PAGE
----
are a smart home staple for automating lamps, desk fans (or pretty much any other small appliances) quickly and easily -- and without spending too much money. They add a ton of convenience, but they can also help when you set an on-off schedule for your lights (or any device) to follow automatically, hands-free. In light of the outbreak, having one less lamp or fan to touch probably isn't a bad thing.
A lot of companies sell smart plugs, but they all have similar installation processes and they all do pretty much the same thing.
For the purposes of this post, I'm going to use our current favorite smart plug -- the $30-- to show you how to install a smart plug and how you can use it to make your dumb appliances smart(er).
Step 1: Get the Kasa app
You need TP-Link's Kasa app to install and manage your Kasa smart plug. Download the Kasa app on your Android or iOS device of choice and create an account, or simply log in if you already have one.
Step 2: Add a new device
Open the Kasa app and click on the plus sign on the top right corner of the home screen. Then select "Device," "Smart Plug" and "Smart Plug Lite/Mini" so the app knows which TP-Link Kasa product you're trying to install.
Step 3: Plug it into an outlet
Plug the Kasa plug into a wall outlet. LED status lights built into the plug will blink orange and blue; that means you're in pairing mode. Select "Orange and Blue" on the app screen when you see the pairing lights.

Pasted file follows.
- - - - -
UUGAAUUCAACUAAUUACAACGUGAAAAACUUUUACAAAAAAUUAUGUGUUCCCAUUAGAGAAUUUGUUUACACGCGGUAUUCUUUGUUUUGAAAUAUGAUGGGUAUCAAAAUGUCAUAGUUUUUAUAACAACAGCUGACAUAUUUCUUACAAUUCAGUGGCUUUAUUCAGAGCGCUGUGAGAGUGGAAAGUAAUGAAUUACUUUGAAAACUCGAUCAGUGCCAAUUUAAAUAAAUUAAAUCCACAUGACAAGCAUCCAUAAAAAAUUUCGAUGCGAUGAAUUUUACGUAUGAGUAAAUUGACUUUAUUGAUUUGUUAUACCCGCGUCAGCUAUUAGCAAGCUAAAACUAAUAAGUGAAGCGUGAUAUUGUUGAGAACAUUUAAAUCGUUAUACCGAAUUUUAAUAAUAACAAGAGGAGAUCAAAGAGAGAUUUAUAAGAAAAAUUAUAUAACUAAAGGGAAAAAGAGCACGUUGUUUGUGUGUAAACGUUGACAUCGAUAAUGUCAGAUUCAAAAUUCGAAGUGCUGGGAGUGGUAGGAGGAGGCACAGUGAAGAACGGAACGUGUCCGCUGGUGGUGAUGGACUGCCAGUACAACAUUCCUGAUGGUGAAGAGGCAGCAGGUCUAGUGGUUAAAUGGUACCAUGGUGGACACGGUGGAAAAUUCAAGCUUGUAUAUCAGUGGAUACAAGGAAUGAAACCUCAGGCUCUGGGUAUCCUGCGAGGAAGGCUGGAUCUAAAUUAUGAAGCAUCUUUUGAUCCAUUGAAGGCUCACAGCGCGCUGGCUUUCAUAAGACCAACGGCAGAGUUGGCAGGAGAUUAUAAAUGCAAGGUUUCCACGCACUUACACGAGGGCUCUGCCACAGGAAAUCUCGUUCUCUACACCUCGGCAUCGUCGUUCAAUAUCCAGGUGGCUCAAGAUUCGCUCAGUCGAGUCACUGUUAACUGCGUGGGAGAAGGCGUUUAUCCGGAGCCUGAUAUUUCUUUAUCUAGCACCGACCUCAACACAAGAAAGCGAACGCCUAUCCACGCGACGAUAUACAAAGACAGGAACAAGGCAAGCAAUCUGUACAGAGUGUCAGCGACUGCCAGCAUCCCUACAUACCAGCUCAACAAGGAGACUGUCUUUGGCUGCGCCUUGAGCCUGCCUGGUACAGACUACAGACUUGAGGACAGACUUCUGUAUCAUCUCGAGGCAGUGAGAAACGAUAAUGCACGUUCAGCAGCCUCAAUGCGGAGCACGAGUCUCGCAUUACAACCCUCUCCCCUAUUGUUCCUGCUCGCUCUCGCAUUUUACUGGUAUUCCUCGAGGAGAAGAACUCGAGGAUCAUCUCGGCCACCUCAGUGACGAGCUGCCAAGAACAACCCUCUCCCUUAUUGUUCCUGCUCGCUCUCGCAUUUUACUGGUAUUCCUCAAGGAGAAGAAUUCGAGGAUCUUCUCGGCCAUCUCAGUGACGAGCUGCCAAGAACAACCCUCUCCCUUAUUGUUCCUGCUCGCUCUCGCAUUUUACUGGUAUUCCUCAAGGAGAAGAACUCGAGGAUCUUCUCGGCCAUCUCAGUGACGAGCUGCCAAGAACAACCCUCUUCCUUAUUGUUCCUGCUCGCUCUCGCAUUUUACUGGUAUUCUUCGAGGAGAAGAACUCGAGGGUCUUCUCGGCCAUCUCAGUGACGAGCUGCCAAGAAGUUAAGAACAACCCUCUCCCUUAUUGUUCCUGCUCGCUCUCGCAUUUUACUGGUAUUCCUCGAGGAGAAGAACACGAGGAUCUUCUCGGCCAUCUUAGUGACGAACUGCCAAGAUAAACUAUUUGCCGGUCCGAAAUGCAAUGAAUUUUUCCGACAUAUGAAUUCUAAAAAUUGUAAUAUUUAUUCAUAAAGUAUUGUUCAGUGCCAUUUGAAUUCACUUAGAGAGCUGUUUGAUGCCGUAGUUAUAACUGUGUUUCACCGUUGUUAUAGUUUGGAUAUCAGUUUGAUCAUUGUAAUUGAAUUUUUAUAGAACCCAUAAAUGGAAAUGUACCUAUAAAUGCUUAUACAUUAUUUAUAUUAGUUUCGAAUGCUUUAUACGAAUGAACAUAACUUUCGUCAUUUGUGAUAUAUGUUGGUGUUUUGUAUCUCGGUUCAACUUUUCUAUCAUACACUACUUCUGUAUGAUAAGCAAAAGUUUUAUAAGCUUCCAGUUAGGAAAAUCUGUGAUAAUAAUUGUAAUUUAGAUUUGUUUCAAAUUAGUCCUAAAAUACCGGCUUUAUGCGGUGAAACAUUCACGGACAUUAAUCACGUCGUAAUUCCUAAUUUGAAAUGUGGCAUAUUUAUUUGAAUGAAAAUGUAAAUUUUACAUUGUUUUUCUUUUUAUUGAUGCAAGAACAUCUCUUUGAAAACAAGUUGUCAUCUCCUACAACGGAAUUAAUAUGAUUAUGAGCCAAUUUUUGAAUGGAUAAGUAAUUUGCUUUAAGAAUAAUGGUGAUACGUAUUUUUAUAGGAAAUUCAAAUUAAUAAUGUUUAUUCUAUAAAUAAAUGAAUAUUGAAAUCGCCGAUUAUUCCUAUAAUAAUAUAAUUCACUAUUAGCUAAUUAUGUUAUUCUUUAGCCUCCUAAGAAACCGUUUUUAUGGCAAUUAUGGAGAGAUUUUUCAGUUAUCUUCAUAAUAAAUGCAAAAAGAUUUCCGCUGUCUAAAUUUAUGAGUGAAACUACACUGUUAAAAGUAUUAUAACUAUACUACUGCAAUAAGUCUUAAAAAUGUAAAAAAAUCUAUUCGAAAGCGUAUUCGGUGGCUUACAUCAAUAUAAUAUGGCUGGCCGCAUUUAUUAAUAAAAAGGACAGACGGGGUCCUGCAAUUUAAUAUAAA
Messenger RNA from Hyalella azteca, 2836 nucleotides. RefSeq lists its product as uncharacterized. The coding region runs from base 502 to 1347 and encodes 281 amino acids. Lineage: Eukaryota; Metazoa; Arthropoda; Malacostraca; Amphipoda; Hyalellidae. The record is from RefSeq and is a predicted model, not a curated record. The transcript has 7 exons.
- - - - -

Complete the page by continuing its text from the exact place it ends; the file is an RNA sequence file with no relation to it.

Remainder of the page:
Step 4: Connect it to Wi-Fi
Follow the prompts in the app to enter your Wi-Fi info. Keep in mind that the Kasa plug requires a 2.4GHz connection..
This might be the fastest tutorial ever, because -- that's it. You're done. The app will ask you to name your Kasa plug -- something like "desk fan" or "coffee maker" that's easy to distinguish from other connected devices. You can even take a picture of your fan, coffee maker or lamp and make a custom icon.
For more tips and tricks of what to do with a smart plug once you've installed it, be sure to watch my video on CNET's YouTube channel, How To Do It All.
And, if you're curious about other how to articles centered around the smart home, check out